Tabasso votes against report of European Expert Group on e-Invoicing

One member of the The European Commision Expert Group on e-Invoicing, Gianfranco Tabasso, did not vote in favor of its final report published in November, 2009.  The report defines a list of business requirements which represent necessary conditions for achieving mass adoption of e-Invoicing, in particular the widespread use of e-Invoicing by SMEs. Mr Tabasso, moderator of the payment and SEPA working group of the European Association of Corporate Treasurers,  explains:

"In my opinion, the move from a rule-based to a principle-based VAT Directive and the elimination of Article 233 go in the opposite direction of what is needed to create legal certainty, clear rules and compliance with standards. In a technical domain like e-invoicing, the latter are requirements for “more” interoperability among e-invoicing providers and endusers. In my view, in their deliberations, the EG based itself on the false premise, that electronic signatures are the major obstacle to a wider use of e-invoicing. E-signature is depicted as a complex, costly technical device that scares away SMEs and is “unnecessary” to provide Authenticity and Integrity of electronic invoices. I maintain that “complexity” is not created by the e-signature – a simple, low cost, indispensable instrument for protecting e-documents end-to-end on open networks – but by European VAT Legislation, whose voids (e.g. legal archiving), ambiguities and options left to MS led to significant differences in local legislation and practices and to a lack of cross-border interoperability. Eliminating Article 233, a normupon which, in the last 8 years, the majority of member states have built detailed national einvoicinglegislations, undermines the certainty of the law and the uniformity of use which those legislations have painfully achieved. Making e-signature an “optional”, replacing thenorm with “freedom of choice” and voluntary compliance with a set of “high principles” and a“generic” Code of Conduct introduces a great deal of uncertainty in the market, arbitrarinesson the part of Tax Authorities and diversity of solutions which, in turn, make interoperabilitymore difficult. In my view, the discussion about these principles was inadequate and, as a result, the EG has failed to give an original interpretation which is both convincing and usefulin the real world."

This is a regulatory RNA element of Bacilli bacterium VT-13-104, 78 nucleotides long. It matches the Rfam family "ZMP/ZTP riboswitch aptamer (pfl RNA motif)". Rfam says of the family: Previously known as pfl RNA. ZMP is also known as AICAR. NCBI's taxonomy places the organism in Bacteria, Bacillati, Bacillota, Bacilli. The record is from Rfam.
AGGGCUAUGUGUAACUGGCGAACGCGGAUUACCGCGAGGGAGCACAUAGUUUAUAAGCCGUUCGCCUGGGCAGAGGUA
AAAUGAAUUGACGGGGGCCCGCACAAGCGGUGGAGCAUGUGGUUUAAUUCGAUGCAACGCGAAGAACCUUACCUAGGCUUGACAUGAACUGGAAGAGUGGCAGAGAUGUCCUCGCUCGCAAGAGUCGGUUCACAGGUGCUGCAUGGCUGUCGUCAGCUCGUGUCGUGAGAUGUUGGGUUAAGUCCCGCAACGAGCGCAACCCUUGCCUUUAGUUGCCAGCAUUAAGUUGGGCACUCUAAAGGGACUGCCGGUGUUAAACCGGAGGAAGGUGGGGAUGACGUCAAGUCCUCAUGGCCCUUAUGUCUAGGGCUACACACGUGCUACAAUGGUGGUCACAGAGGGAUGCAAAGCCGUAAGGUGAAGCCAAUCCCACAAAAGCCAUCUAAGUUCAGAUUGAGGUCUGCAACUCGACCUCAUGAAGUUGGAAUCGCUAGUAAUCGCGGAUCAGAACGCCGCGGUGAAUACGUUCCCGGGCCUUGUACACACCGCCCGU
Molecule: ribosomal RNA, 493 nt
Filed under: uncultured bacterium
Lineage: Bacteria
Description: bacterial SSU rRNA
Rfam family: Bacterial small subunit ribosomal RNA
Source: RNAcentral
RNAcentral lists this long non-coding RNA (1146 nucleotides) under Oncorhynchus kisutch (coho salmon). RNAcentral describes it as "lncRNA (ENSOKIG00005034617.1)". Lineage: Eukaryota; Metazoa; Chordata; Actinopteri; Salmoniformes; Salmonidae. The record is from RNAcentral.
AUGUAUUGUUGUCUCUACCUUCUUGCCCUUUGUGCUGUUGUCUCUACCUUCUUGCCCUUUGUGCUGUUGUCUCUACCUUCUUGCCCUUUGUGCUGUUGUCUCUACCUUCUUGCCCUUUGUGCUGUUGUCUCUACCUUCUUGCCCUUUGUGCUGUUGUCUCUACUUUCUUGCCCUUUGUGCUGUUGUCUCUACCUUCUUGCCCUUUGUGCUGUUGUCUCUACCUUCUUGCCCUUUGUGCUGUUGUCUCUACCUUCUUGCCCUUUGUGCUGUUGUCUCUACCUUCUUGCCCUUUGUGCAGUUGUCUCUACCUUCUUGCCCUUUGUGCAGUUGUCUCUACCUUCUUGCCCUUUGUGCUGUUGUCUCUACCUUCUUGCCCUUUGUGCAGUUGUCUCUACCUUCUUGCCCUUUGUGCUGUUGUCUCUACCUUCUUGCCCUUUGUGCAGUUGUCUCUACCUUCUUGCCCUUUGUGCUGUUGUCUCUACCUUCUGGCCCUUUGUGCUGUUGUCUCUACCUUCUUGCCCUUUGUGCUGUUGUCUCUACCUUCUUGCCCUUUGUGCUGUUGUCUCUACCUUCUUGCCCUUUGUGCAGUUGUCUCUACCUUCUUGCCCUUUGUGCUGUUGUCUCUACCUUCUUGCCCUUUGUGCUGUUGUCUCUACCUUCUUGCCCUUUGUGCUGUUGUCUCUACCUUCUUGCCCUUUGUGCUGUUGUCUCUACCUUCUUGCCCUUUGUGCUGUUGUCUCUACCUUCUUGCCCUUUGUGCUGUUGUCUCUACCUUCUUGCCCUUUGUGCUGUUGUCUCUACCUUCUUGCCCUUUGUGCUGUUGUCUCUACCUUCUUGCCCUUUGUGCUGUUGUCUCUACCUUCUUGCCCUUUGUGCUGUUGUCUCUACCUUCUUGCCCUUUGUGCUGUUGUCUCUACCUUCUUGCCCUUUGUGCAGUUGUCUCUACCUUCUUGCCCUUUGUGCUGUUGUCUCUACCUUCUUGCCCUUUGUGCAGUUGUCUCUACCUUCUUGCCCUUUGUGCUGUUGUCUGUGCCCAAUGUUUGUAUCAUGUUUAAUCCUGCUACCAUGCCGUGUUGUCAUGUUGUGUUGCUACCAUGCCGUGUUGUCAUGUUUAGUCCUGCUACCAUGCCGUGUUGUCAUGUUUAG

November, 30 th, 2010, Brussels, Belgium


Source: European Commission, WWW.EC.EUROPE.EU

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